America’s Shrinking Workforce?
Officially, this month’s unemployment number is, in the words of the Bureau of Labor Statistics, “little changed” at 7.3 percent. The other headline number — of 169,000 jobs added — would have elicited an “eh” in my youth; a “meh” today. More meh still: a sharp 74,000 downward revision of the summer’s job numbers. If last month’s supposed 162,000 new jobs had been accurately reported, as per the downward revision, it would have been announced as 104,000, it turns out. That would have elicited headlines of doom.
On the other hand, our own hyper-inclusive U-7 number dropped dramatically — to 15.7 percent. U-7 adds to the officially unemployed (11.3 million Americans), part-timers looking for full-time work and “discouraged” workers — everyone who didn’t look for a job in the past week but says they want one.
What’s going on with U-7? Fewer unemployed Americans (by about 200,000); many fewer part-timers looking for full-time work: 334,000. And there are just as many Americans officially “not in [the] labor force” who no longer say they “currently want a job.”
How to make sense of it all? Well, my own guess is that the baby boom retirement story, first tentatively told here last month, is becoming more plausible.
Here’s what I wrote last month:
The official “workforce” actually declined — by about 40,000 people. What could explain the drop, given the rise in population? ‘Ten thousand baby boomers turn 65 today’ has become a demographic cliché (or meme, if you prefer). Barring a mass and age-selective plague, that means that 10,000 or so are also turning 66, their official Social Security retirement age. Many, if not most, baby boomers are retiring. And since 10,000 a day equals 300,000 a month, if two-thirds of them are hanging up their rock ‘n’ roll work shoes, Friday’s numbers would make sense: 200,000 or so retirees offsetting the 200,000 or so new working-age Americans.
That was a story about July. So what happened in August? The population again increased by 200,000. And sure enough, the labor force declined — by 300,000.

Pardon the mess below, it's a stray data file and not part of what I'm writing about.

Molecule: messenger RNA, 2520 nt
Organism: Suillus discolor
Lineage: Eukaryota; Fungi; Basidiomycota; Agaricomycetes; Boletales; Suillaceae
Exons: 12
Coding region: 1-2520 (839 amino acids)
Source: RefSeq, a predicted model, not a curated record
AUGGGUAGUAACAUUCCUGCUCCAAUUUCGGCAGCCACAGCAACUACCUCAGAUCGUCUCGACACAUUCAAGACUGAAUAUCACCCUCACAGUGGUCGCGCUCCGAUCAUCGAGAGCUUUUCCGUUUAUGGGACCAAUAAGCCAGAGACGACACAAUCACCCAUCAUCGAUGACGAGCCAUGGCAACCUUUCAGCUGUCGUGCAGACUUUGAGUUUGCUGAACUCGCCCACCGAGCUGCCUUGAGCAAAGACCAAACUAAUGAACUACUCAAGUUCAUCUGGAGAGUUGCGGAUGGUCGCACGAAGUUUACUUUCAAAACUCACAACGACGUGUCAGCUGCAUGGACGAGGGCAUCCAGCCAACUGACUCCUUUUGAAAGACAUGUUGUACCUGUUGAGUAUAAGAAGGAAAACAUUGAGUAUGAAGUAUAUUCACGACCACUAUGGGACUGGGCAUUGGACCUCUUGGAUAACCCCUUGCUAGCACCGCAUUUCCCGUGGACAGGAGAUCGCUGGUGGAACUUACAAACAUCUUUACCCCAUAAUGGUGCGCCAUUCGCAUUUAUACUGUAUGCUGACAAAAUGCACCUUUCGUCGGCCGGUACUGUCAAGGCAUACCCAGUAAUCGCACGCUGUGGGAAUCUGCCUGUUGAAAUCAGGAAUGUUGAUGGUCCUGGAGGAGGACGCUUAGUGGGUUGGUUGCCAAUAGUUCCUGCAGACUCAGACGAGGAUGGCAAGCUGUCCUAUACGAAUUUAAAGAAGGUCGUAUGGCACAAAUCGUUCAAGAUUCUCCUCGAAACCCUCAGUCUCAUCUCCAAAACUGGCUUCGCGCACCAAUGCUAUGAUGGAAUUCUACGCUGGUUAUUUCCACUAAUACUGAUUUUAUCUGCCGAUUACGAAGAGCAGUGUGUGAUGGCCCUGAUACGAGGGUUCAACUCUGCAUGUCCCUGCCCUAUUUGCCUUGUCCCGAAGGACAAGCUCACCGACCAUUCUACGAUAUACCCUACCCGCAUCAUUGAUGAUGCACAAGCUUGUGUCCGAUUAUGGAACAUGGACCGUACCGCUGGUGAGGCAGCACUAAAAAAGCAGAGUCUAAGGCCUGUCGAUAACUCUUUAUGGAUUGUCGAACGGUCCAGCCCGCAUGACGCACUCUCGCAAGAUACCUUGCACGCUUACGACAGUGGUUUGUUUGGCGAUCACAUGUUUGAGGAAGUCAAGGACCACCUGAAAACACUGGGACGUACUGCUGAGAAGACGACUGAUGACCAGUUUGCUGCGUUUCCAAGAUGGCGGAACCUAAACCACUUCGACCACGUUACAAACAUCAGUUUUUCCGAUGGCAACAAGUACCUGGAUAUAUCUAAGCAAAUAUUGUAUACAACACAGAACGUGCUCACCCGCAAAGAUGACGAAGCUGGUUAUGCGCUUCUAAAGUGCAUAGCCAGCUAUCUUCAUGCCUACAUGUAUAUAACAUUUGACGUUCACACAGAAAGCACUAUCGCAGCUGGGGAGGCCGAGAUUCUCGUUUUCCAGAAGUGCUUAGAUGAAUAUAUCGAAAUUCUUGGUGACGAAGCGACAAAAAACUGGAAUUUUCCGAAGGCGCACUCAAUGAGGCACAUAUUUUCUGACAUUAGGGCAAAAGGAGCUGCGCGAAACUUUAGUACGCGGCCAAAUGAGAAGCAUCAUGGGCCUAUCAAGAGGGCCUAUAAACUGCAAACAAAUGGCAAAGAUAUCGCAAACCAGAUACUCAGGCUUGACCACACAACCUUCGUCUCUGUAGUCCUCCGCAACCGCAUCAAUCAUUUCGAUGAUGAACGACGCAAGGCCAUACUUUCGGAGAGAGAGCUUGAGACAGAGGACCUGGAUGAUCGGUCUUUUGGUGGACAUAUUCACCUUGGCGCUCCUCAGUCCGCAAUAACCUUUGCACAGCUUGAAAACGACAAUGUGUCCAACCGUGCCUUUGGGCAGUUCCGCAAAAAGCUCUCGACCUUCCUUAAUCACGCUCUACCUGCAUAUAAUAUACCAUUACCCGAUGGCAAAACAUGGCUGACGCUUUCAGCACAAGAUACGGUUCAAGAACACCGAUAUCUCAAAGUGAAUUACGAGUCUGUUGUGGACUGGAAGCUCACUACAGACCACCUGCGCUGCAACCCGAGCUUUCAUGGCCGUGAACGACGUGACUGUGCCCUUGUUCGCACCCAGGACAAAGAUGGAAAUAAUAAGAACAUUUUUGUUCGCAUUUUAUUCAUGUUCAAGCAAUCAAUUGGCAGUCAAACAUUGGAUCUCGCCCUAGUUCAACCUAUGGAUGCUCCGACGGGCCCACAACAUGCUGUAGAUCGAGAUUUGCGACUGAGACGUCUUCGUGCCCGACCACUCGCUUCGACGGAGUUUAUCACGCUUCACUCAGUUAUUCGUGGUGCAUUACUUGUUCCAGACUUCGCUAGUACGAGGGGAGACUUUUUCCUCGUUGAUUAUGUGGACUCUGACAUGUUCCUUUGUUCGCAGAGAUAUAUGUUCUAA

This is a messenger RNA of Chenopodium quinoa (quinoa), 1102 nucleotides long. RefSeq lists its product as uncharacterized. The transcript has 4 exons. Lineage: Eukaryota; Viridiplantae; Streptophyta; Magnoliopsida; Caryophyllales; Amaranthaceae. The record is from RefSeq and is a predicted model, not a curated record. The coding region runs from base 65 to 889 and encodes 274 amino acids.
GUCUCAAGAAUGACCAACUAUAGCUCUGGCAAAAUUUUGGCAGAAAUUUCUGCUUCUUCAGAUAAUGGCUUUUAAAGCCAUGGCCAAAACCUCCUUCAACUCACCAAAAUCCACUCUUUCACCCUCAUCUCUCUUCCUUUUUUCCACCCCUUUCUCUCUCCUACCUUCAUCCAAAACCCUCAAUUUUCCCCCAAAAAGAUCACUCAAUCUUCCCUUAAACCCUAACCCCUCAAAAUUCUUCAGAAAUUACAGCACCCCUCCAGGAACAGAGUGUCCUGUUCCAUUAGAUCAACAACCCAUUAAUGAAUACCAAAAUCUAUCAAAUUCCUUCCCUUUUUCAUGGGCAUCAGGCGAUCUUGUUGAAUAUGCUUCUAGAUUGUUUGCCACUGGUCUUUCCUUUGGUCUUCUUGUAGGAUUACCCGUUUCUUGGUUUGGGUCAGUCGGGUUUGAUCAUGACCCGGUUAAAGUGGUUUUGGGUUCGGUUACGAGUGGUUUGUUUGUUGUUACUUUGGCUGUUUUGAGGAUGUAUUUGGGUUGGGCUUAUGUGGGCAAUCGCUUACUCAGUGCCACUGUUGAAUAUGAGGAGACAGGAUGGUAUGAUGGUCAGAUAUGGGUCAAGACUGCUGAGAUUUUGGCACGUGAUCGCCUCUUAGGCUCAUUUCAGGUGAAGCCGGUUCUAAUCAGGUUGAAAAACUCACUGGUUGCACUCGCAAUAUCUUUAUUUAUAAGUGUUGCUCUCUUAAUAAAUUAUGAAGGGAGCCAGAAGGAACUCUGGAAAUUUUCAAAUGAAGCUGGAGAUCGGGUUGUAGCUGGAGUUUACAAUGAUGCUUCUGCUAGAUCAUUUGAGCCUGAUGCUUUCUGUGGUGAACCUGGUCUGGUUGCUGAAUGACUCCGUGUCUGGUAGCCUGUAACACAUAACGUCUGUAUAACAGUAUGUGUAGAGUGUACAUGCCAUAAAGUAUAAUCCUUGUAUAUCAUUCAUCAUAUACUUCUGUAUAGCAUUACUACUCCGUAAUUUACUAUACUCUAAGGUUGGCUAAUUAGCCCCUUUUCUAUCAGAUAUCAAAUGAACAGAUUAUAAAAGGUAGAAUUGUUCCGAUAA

Statistically, this should come as no surprise at all. The baby boom started in 1946, a decent interval (nine months?) after several million soldiers returned from World War II.
U.S. birth rate (births per 1000 population). The red segment from 1946 to 1964 is the post-war baby boom. Courtesy of the Centers for Disease Control, “Vital Statistics of the United States, 2003, Volume I, Natality,” via Wikipedia.
Add in immigration, and the year that ended in July of 1947 saw the biggest gain in the U.S. population, in percentage terms, since the early 1920s: nearly 2 percent or 2.7 million new Americans.
Now, age all the brand-new ones by 66 years, today’s official age at which full Social Security kicks in, and you would have a baby boom retirement boom — right about now.
As we’ve shown in our “New Adventures for Older Workers” multi-media package, while it’s true that Americans are working longer, the majority are still retiring by the time they’re 66. And so this month’s numbers echo last month’s: 10,000 baby boomers a day hitting 66 and thus, a shrinking workforce, with today’s new Americans of working age, most of them immigrants, being sopped up by the ever-so-modestly growing job market.
In an interview I did just a few moments ago with economist Lisa Lynch, the dean of the Heller School for Social Policy and Management at Brandeis University, she agreed that retiring baby boomers are part of today’s story. But she added that unemployment went up last month for young men, ages 25-34, with a high school diploma or less. Those men used to get jobs in construction or manufacturing, she pointed out, but no longer. And thus they sit idle.
Backing her up is a story from this week’s Wall St. Journal, “Long-Term Jobless Left Out of the Recovery,” though the story doesn’t emphasize the extent to which the “long-term jobless” may be young people stigmatized by unemployment during the Great Recession and/or simply unemployable if they don’t have a college degree.
A few further observations. One is that the steep drop in part-timers looking for full-time work seems to contradict a major criticism of President Obama’s Affordable Care Act, which we’re about to report on for the NewsHour. The criticism is that it will force employers to cut workers to part-time status to avoid paying for their health care. That would show up in the data as a surge of part-timers wanting full-time work. But at least this past month, it would seem, just the opposite happened.
More good news from the BLS: “The average workweek for all employees on private nonfarm payrolls increased.” And in August,”average hourly earnings for all employees on private nonfarm payrolls rose by 5 cents to $24.05.” That offsets an ominous dip in earnings that was reported last month.